TO MEET the anticipated increase in demand for its confectionery in SA, the Ferrero Group plans to increase production and employ more people, the company said yesterday.
"Although we are at the very early stages, the South African factory is starting to strengthen its foundation," the Ferrero Group told Business Day.
The maker of Nutella, Kinder and Tic Tacs opened its 9000m² production facility in Walkerville, Gauteng, in June 2009.
Between the company's manufacturing and commercial division, it employs 380 people in SA. In the past five years it has opened factories in Cameroon, India, Russia and Canada.
The company is aiming to set up a large scale hazelnut industry, and through its subsidiary, Agrisudafrica, Ferrero imported over 450000 plants from South America. As most of its products use hazelnuts, the group is working on trial sites to verify the suitability of climatic and soil conditions for hazelnut cultivation.
"Our focus is on building sustainable communities by creating employment opportunities and providing skills training for our employees," Ferrero said.
In May, Ferrero's complaint against Fruit & Veg City was upheld. The confectionery group complained to the Advertising Standards Authority (ASA) that Tresor Dore chocolates, sold at Food Lovers Market stores, were imitations of its signature gold-wrapped Rocher chocolate, which sells more than 4,6-billion single units annually in more than 130 countries on five continents.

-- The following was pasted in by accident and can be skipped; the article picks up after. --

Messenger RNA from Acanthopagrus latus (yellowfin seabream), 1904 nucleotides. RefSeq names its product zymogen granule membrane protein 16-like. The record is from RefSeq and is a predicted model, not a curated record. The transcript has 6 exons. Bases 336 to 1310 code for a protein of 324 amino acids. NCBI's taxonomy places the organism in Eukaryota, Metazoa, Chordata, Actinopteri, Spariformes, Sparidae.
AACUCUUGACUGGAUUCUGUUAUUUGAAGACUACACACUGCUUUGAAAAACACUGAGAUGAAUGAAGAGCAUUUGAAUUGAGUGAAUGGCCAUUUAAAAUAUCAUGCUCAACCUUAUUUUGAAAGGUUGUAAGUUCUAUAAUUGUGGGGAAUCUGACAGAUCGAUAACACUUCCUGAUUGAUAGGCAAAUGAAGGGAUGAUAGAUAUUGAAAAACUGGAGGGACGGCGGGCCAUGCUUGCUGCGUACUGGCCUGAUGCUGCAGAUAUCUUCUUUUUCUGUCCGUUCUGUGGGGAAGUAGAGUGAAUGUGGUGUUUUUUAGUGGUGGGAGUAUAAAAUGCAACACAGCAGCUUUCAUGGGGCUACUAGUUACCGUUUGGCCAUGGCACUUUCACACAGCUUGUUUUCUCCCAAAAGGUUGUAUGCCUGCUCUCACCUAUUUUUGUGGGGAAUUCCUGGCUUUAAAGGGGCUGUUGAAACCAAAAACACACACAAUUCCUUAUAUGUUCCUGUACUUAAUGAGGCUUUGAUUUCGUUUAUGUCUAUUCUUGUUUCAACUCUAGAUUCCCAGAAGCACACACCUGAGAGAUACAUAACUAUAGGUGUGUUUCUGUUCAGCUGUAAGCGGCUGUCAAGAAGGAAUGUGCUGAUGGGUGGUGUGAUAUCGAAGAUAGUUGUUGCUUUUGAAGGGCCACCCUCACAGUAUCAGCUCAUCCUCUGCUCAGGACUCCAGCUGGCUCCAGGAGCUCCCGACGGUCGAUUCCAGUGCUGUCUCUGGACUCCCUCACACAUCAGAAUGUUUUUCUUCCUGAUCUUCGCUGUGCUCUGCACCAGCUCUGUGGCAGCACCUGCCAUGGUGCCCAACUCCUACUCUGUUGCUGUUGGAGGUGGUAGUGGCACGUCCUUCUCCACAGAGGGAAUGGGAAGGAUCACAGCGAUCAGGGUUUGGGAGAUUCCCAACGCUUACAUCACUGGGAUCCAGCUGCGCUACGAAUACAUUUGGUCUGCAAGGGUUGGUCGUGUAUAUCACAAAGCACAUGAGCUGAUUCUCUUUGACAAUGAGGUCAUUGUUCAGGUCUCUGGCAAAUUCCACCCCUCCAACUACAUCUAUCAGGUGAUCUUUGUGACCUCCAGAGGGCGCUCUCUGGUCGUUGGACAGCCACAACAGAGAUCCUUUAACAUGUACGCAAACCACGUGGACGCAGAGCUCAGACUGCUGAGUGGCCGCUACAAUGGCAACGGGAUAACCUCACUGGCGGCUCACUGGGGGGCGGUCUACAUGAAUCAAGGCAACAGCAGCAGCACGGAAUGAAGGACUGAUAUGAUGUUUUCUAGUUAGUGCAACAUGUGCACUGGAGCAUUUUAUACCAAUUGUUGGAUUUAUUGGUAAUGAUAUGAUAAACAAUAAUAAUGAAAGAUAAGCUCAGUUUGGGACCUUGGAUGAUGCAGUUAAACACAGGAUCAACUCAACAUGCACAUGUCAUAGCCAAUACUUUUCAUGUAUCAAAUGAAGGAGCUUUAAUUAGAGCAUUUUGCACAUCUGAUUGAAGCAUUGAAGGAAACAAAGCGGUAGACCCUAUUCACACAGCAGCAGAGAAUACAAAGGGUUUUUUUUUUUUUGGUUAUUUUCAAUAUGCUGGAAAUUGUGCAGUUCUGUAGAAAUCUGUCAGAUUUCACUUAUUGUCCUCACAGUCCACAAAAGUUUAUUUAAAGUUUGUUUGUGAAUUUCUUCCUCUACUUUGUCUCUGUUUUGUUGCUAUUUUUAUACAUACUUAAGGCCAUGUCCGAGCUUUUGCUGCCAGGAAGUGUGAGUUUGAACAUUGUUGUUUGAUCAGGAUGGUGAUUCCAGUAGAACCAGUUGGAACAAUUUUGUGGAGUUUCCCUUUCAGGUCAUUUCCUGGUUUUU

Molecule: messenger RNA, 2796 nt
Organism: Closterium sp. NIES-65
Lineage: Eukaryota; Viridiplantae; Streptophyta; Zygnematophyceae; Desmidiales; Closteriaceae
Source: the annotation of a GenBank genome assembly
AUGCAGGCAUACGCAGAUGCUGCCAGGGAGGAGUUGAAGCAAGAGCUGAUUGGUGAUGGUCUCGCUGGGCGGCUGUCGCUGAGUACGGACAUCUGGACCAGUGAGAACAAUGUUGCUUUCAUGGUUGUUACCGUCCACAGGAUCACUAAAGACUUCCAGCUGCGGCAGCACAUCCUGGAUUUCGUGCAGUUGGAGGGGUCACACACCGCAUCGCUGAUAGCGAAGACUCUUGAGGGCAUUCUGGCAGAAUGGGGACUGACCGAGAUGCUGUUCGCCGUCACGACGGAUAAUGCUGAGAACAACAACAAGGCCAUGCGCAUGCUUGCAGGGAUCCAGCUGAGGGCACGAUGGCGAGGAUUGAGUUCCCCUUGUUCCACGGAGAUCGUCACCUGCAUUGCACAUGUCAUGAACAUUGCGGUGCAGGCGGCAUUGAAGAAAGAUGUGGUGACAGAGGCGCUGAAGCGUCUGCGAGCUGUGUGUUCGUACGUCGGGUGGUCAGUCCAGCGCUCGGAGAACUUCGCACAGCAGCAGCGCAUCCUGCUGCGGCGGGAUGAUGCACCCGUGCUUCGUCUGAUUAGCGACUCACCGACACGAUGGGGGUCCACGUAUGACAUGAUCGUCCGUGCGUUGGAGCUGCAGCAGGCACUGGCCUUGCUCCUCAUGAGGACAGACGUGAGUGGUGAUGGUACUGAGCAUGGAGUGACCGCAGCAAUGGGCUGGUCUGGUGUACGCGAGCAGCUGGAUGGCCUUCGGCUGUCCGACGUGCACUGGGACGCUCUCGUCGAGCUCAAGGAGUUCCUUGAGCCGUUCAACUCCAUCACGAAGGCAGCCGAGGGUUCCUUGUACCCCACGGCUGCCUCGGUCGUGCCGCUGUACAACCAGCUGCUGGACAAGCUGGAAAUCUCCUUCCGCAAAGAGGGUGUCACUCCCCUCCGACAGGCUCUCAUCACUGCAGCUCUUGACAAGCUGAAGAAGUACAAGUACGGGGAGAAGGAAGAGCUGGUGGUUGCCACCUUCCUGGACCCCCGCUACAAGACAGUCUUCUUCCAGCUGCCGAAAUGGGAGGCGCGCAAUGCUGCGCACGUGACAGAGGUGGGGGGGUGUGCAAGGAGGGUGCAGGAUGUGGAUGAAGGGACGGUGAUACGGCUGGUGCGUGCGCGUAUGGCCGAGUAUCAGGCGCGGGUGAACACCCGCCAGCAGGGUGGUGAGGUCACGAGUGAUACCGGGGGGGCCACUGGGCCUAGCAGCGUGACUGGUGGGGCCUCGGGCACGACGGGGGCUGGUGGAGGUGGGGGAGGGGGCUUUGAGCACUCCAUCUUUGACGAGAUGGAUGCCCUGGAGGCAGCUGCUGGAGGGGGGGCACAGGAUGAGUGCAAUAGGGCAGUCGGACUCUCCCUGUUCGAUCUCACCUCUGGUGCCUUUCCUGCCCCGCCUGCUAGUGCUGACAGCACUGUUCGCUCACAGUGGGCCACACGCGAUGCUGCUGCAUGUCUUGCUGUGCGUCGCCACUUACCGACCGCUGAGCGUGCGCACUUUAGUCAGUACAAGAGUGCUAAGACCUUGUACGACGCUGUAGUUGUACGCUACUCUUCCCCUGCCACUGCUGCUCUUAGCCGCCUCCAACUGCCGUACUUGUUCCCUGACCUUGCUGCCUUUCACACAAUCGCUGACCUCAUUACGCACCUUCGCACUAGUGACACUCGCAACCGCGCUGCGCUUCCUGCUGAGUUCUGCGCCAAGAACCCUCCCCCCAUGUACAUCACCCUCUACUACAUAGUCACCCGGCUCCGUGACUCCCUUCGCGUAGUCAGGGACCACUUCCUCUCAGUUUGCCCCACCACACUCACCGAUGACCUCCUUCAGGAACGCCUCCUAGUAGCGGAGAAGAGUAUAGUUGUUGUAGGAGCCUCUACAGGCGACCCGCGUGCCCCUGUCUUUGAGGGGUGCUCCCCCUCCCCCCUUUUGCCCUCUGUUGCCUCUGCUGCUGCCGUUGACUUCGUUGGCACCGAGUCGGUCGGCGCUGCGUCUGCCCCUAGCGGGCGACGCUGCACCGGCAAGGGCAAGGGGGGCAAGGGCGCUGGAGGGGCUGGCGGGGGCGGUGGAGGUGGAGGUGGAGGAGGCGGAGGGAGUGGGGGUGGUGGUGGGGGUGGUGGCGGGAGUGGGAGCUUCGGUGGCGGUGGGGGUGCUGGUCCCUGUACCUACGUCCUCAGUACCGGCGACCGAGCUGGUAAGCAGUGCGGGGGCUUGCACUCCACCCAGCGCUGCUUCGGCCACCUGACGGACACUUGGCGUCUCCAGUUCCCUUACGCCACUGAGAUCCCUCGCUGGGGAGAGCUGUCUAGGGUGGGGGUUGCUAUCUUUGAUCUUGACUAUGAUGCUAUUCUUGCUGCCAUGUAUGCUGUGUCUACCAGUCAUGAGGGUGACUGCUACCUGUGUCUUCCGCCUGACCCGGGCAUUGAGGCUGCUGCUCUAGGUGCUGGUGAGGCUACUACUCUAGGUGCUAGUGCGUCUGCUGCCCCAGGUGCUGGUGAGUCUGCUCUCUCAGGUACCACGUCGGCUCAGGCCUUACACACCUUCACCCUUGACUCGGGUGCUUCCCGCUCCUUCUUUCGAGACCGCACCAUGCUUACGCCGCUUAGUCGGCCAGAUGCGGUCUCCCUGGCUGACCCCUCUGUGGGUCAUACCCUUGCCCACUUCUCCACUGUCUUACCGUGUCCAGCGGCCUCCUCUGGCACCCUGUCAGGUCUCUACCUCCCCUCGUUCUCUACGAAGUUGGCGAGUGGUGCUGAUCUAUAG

"The product is presented in stylish, transparent containers, specially designed to showcase the gold-wrapped confections. They are sold in quantities of three, 16, 24, and 30 - elements which are subject of five trade mark registrations in SA," the company said in papers filed with the ASA.
The authority ruled that Fruit and Veg City must sell out its Chinese-produced Tresor Dore stock by September.
"It's become a serious problem in every industry; counterfeiters are destroying the so called legal companies," Ferrero said.
The Ferrero company was established in Alba, a town in the northern Italian province of Piedmont in 1946, when former CE Pietro Ferrero's grandparents transformed a coffee bar and pastry shop into a sweet factory. As a result of cocoa being in short supply due to Second World War rationing, the company experimented with using locally abundant nuts as a substitute.
The group now operates 41 companies and 18 production plants across the world. In the financial year 2010-11, its turnover exceeded ?7,2bn.
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